In the light of this argument, comprehension is considered important for successful conversational interaction; lack of comprehension, therefore, will interrupt the flow of conversation. To resolve the lack of comprehension, an NNS as well as an NS will “negotiate the meaning” of their utterances. Pica (1994) defines negotiation as “modification and restructuring of interaction that occurs when learners and their interlocutors anticipate, perceive, or experience difficulties in message comprehensibility.”
Advocates of input processing models, on the other hand, make a number of claims about the role of interaction and negotiation in language learning. The first claim which is based on a research by Long (1980, 1996) suggests that in order for an NNS to internalize new forms and structures, the meaning of the message they receive from their conversational partners should be comprehensible. The second claim is that interactional modification, which results from negotiation of meaning, facilitates second language learning.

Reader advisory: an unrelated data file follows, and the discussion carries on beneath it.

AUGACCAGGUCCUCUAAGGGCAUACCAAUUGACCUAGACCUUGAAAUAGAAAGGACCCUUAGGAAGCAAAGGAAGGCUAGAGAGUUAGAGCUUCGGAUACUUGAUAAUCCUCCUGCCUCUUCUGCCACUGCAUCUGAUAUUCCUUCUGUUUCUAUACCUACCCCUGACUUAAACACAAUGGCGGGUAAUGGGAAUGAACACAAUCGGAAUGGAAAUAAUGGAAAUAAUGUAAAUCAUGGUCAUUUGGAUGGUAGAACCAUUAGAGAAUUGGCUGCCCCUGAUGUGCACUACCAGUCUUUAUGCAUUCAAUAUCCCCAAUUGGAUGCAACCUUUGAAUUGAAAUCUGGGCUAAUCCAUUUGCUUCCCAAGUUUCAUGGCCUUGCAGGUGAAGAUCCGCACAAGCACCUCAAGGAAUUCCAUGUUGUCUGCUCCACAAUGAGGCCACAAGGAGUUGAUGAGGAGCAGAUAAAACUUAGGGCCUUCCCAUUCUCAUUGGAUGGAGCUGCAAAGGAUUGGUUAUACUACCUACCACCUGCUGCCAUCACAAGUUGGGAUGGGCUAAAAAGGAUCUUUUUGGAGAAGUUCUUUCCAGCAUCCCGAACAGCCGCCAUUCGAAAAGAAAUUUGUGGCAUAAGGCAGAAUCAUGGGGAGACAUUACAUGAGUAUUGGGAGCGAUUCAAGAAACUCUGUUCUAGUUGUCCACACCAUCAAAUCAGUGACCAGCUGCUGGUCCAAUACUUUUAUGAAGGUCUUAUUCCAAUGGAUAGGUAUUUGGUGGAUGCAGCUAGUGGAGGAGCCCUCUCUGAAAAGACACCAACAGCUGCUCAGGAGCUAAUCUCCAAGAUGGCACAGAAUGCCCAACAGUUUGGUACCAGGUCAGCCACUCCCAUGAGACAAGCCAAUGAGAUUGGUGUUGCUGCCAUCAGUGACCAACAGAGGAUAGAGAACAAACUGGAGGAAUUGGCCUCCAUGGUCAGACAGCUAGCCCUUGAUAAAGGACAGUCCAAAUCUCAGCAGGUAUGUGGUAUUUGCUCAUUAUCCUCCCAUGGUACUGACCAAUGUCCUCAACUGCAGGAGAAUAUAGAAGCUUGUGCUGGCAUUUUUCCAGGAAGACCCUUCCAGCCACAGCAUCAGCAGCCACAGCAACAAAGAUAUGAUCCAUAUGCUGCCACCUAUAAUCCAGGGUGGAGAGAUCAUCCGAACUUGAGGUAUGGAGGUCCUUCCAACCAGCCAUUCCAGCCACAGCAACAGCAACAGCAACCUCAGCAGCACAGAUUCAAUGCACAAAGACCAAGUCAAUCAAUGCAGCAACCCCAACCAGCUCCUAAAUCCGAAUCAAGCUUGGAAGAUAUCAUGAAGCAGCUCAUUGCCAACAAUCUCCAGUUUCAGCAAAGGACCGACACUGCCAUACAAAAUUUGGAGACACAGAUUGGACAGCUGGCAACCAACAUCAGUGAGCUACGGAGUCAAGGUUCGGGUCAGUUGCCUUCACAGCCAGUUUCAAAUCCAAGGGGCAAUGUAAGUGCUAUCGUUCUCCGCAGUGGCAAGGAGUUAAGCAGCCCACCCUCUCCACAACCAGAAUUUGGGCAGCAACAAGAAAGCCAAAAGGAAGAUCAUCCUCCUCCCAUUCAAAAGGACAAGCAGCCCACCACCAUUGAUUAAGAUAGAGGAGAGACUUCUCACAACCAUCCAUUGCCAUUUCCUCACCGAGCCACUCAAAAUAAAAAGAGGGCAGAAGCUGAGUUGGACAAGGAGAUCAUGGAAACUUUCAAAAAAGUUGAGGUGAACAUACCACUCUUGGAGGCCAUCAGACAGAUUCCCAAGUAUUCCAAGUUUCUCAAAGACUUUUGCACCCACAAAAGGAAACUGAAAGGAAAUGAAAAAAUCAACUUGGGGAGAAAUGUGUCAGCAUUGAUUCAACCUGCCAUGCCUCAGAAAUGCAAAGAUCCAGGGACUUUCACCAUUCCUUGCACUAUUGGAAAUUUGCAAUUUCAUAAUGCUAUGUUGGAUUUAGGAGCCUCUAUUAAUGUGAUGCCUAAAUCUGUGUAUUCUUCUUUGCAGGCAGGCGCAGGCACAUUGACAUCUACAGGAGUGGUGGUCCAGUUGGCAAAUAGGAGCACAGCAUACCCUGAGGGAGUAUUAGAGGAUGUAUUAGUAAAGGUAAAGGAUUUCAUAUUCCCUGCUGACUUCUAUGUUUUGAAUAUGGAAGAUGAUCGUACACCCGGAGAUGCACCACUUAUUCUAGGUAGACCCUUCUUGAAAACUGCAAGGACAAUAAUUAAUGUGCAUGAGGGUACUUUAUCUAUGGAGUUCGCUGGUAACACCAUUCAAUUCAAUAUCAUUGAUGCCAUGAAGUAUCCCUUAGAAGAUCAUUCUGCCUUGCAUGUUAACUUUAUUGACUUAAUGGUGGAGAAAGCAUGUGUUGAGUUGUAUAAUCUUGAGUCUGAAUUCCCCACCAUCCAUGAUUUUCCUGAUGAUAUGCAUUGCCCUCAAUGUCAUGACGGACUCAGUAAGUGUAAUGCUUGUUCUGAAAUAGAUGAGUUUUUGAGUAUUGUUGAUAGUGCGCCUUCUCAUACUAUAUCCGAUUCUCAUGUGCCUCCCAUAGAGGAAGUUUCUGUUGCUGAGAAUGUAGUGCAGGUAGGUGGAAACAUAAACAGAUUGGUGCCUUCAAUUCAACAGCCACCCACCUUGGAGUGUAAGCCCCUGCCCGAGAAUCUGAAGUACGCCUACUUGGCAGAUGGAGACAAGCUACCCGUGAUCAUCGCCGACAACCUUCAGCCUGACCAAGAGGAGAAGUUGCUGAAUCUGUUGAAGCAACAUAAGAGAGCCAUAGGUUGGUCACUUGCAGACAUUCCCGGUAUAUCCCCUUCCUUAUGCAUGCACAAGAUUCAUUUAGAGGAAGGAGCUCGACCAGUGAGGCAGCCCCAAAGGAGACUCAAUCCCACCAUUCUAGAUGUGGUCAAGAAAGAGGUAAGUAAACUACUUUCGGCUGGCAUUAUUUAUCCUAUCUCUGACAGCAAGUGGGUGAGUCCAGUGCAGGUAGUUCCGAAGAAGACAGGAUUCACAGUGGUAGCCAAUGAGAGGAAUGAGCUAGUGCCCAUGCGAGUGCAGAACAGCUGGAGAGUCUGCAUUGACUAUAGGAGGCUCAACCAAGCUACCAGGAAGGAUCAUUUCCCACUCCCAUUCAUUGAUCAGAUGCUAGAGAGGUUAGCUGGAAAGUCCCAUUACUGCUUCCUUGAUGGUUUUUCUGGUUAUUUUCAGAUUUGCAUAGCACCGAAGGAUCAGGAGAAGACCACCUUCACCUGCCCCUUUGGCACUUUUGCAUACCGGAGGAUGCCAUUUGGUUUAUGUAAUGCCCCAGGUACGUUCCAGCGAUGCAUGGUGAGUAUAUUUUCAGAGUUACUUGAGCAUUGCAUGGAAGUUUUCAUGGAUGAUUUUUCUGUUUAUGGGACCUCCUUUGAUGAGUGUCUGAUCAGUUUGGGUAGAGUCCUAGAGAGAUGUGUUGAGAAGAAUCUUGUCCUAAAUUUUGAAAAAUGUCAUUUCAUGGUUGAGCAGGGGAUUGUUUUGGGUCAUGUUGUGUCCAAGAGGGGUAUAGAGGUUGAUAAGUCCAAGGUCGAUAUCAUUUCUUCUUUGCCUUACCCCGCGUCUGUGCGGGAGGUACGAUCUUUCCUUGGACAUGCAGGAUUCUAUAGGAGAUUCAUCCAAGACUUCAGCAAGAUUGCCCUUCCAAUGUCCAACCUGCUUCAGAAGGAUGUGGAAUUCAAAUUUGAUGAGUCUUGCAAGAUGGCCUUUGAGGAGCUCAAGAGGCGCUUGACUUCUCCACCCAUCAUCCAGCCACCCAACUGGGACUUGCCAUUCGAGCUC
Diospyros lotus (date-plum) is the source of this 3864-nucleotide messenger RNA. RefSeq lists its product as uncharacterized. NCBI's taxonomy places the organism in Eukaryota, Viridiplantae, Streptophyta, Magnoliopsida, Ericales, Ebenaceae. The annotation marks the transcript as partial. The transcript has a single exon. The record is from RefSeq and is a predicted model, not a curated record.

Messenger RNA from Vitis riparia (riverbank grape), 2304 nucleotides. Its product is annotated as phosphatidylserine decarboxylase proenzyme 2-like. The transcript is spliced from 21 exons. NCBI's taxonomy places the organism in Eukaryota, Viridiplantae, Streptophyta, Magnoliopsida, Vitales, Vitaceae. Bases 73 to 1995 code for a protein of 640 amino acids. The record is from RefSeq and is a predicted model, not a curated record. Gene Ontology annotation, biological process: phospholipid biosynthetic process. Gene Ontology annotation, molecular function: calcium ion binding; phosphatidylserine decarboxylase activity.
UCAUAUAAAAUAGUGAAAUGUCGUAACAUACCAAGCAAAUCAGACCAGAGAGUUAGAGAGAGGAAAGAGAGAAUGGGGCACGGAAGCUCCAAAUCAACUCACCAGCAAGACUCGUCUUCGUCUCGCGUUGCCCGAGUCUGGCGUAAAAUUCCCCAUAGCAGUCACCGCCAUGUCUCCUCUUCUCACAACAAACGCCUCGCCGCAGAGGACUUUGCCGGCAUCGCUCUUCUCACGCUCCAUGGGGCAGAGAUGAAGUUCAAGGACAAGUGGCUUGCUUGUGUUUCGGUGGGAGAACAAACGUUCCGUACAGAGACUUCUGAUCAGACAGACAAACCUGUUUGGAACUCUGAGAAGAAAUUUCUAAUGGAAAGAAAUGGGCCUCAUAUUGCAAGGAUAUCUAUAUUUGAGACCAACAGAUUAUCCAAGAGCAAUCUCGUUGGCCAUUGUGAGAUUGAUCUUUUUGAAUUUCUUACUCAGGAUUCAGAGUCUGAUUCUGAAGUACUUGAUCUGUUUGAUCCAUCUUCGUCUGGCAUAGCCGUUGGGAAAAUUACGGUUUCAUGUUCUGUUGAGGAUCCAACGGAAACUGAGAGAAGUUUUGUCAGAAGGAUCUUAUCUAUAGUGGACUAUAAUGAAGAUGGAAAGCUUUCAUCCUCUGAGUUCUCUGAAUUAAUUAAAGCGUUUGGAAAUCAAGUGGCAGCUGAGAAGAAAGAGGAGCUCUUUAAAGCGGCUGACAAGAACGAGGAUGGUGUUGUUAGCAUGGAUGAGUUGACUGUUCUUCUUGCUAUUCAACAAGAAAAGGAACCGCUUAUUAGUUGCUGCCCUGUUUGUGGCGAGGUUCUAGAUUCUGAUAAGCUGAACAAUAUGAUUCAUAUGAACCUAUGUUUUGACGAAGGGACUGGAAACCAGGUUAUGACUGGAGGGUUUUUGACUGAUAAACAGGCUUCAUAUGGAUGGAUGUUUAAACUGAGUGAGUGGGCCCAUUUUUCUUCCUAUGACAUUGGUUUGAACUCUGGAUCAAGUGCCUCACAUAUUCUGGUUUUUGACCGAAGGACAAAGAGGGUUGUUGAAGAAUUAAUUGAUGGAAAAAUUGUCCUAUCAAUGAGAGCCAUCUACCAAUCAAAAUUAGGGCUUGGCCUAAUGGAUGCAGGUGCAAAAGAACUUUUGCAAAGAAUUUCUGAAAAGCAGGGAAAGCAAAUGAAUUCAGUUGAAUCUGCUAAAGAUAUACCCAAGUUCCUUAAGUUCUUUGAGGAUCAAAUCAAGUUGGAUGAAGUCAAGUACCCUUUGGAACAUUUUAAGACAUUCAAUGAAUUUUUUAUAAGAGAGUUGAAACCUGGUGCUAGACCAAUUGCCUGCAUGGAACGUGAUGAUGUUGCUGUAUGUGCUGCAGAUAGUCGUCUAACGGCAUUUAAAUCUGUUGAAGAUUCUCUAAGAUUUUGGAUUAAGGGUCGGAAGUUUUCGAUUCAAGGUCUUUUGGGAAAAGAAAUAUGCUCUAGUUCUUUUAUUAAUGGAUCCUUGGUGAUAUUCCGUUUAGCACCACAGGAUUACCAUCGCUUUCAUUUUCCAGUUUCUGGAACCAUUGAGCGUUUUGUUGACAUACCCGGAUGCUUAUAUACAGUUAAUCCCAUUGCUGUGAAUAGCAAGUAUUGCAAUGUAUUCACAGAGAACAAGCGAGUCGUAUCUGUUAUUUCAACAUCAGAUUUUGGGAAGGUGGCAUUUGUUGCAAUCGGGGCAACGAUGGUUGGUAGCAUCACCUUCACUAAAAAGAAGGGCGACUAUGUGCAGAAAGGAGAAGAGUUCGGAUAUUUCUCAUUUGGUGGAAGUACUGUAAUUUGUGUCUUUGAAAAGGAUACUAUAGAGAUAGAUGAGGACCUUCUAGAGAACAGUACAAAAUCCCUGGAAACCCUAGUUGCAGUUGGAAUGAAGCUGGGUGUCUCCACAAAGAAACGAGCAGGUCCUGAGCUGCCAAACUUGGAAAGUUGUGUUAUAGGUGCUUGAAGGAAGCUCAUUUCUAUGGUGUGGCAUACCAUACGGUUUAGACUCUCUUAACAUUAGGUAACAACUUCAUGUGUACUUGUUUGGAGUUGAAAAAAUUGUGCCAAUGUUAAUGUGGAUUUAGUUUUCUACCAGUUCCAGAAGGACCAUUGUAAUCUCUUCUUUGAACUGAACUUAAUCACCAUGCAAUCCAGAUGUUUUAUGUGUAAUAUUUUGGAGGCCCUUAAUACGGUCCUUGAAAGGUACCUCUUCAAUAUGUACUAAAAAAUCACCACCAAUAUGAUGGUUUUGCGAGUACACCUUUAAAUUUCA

SLA researchers from different perspectives have also investigated the role of negotiated interaction in SLA. Gass and Selinker (1994) state that throughout the course of conversational interaction, negotiation allows involvement between the interlocutors and hence contributes to acquisition. Its role in the acquisition process with respect to comprehension was investigated by Pica (1992) and Long (1983). Long (1983) states that negotiation is important in the early stages of SLA. Pica (1992) concludes that L2 learners do not need negotiation when they have achieved a high degree of comprehension. Moreover, research in this field has also led a number of SLA researchers to include other factors such as negative feedback and saliency to explain how negotiated interaction facilitates SLA. Mackey (1999) suggests that negative feedback obtained during negotiation of meaning may help the learner to notice some forms of the target language, and hence contribute to their acquisition.